How‌ ‌to‌ ‌Flush‌ ‌a‌ ‌Toilet‌ ‌Without‌ ‌Running‌ ‌Water‌

toilet in white bathroom

Because running water is so readily accessible, it's easy to forget that there are times when we might have to go without it temporarily. For example, you might not have access to running water due to a natural disaster. Under more ordinary circumstances, your water might be shut off for plumbing repairs or remodeling. Even your city can shut off your water if significant maintenance or repairs are necessary.

While a lack of running water will prevent you from performing some daily activities, the good news is that you can still use and flush your toilet--with some workarounds. There are two main methods:

  • Pour a bucket of water into the bowl, and it will automatically flush.
  • Pour a bucket into the tank, and then pull the handle to flush.

Flushing a Toilet When the Water Is Shut Off

As long as the toilet bowl is full, you should have enough water for one more flush--but what happens if the toilet bowl isn't full?

Method 1

Fortunately, as long as you have another source of water, you’ll still be able to flush your toilet. You’ll need at least one gallon per flush. If you know ahead of time or anticipate that you'll be without running water, fill up your bathtub in advance. If you have some spare potable water, you can, of course, use that. Many people also prefer to use water from their pools or jacuzzis.

Collect the water in a large bucket that you will be able to lift and pour. Once you’re ready to flush, pour the water into the toilet bowl slowly at first before quickly dumping the rest of the water into the bowl. This will create pressure that pushes the contents of the toilet bowl through the pipes, making it unnecessary for you to use the handle to flush the toilet.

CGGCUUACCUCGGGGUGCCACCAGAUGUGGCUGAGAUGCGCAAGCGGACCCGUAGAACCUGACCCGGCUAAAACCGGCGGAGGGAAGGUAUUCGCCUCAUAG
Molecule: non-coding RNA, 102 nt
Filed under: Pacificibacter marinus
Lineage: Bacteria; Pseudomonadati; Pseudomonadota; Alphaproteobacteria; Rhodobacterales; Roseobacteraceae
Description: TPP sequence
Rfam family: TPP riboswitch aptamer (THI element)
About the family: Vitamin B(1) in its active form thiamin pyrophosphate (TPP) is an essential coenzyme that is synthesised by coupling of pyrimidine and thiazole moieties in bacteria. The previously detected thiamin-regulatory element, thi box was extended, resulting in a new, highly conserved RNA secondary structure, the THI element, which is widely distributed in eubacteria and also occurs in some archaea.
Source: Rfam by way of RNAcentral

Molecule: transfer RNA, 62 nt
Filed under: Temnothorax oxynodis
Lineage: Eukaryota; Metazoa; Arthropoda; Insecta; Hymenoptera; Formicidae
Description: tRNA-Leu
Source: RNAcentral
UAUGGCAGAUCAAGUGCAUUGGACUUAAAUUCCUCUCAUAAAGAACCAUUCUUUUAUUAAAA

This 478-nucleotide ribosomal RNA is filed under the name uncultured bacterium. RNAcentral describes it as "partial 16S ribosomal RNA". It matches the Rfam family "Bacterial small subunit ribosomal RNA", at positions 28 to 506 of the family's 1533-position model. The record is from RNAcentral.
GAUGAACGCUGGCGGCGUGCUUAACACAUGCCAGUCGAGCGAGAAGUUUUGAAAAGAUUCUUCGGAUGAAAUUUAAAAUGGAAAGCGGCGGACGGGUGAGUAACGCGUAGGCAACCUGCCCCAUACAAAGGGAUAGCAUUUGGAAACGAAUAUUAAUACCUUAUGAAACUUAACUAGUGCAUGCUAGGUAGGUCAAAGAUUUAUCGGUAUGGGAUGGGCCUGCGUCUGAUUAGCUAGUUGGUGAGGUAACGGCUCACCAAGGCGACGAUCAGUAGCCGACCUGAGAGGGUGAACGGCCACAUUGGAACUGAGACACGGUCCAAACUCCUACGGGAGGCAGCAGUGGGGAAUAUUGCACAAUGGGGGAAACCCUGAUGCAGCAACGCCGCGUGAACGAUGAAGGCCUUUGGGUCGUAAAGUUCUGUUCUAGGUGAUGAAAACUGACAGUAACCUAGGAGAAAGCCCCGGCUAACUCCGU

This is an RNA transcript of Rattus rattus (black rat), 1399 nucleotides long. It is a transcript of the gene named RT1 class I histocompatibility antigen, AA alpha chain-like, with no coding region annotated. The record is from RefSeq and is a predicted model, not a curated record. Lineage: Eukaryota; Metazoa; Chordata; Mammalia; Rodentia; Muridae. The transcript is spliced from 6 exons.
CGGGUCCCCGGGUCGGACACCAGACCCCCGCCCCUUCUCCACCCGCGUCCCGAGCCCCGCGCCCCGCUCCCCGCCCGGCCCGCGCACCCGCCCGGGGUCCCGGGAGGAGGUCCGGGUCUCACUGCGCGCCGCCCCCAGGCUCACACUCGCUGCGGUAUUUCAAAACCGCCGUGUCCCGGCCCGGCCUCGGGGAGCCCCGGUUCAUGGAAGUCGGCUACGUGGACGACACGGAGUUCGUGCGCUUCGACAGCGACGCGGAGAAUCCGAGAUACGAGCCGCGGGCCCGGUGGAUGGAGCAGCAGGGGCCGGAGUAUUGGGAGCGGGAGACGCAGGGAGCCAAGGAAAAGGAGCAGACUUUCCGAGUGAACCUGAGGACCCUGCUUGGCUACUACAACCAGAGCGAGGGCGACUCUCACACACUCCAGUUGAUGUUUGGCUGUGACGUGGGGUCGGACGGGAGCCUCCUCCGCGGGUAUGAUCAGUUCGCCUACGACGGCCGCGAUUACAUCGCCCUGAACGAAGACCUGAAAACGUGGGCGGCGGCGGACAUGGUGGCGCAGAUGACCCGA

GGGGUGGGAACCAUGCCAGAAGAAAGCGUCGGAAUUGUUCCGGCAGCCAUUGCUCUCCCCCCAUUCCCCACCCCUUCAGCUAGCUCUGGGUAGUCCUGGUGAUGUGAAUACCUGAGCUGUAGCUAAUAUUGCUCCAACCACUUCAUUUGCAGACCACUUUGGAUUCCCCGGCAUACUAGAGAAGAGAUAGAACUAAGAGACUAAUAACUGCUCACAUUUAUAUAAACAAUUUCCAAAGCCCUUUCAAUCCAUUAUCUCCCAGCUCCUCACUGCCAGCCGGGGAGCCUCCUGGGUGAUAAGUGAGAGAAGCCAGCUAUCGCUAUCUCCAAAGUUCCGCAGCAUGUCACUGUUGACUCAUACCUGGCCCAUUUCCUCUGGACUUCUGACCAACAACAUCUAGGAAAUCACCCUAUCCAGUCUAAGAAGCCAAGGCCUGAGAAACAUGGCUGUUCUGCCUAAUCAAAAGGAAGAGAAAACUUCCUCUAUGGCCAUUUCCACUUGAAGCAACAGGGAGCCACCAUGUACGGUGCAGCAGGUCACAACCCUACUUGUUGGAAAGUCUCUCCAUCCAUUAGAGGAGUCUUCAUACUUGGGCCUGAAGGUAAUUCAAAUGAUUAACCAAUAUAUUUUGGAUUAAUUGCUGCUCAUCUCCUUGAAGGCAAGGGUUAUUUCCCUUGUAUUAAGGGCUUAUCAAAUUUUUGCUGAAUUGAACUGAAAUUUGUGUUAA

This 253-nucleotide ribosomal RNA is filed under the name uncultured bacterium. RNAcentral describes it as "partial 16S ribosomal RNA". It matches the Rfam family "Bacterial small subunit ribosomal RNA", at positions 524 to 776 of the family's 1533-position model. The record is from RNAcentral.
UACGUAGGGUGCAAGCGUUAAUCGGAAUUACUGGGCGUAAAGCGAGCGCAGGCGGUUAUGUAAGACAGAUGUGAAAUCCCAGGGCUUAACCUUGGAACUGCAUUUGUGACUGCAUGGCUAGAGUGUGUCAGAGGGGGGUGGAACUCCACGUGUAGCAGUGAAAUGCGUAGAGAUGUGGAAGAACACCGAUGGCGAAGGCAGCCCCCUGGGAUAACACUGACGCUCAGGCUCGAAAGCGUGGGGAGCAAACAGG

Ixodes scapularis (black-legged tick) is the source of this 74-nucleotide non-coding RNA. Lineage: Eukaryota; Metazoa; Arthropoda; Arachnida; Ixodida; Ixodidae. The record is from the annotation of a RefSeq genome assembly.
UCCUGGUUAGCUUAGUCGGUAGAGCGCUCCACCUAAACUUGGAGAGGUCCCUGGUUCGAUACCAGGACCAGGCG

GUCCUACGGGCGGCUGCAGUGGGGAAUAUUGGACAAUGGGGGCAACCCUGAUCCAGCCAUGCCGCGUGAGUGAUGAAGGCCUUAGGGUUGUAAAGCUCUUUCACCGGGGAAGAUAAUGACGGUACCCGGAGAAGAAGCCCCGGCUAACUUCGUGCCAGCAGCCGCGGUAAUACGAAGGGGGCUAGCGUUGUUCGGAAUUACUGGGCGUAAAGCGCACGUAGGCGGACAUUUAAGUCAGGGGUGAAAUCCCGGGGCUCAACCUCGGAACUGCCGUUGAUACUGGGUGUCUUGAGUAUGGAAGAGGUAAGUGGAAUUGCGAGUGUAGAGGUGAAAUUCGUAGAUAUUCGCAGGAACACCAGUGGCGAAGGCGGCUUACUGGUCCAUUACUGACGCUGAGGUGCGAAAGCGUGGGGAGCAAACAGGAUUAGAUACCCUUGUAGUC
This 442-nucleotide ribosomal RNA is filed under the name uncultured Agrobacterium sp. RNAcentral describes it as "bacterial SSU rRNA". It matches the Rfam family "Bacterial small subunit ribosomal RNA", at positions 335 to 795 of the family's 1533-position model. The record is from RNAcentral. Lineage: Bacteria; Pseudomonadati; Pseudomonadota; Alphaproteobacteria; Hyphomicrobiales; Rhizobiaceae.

When you use this method, you are not emptying the toilet's tank, so there is no need to refill the tank. You are working solely from the toilet bowl, and you can repeat this process if needed.

Method 2

Alternatively, you can remove the lid from your toilet tank and fill it with water until it reaches the overflow line. At this point, you'll be able to flush the toilet with the handle like normal. If you're unable to create a flush by pouring water into the bowl, this method may work better. However, this second method requires more water, so the first method may work better if you only have a gallon of water to spare.

Remember: Keeping a bucket on hand is always smart in case of an emergency, and it can come in handy in several ways. A large bucket should be a basic part of your home’s plumbing kit, along with a cup plunger, a flange plunger, sealing tape, an adjustable wrench, and rags.

How Does a Toilet Work?

A household item that sees everyday use but is often taken for granted as far as understanding it's functioning goes. Here's a simple breakdown of how a toilet works:

  • The flush handle lifts the flapper located inside the tank
  • Water rushes out of the tank and into the bowl
  • Gravity than assists in the pulling down of the materials in the bowl
  • These waste materials are then pulled down and out of the bowl
  • The toilet bowl and tank then begin to refill with waste-free water

For respectful and courteous plumbing services in Gilbert, contact EZ Flow Plumbing, LLC online or call us at (480) 351-1820.

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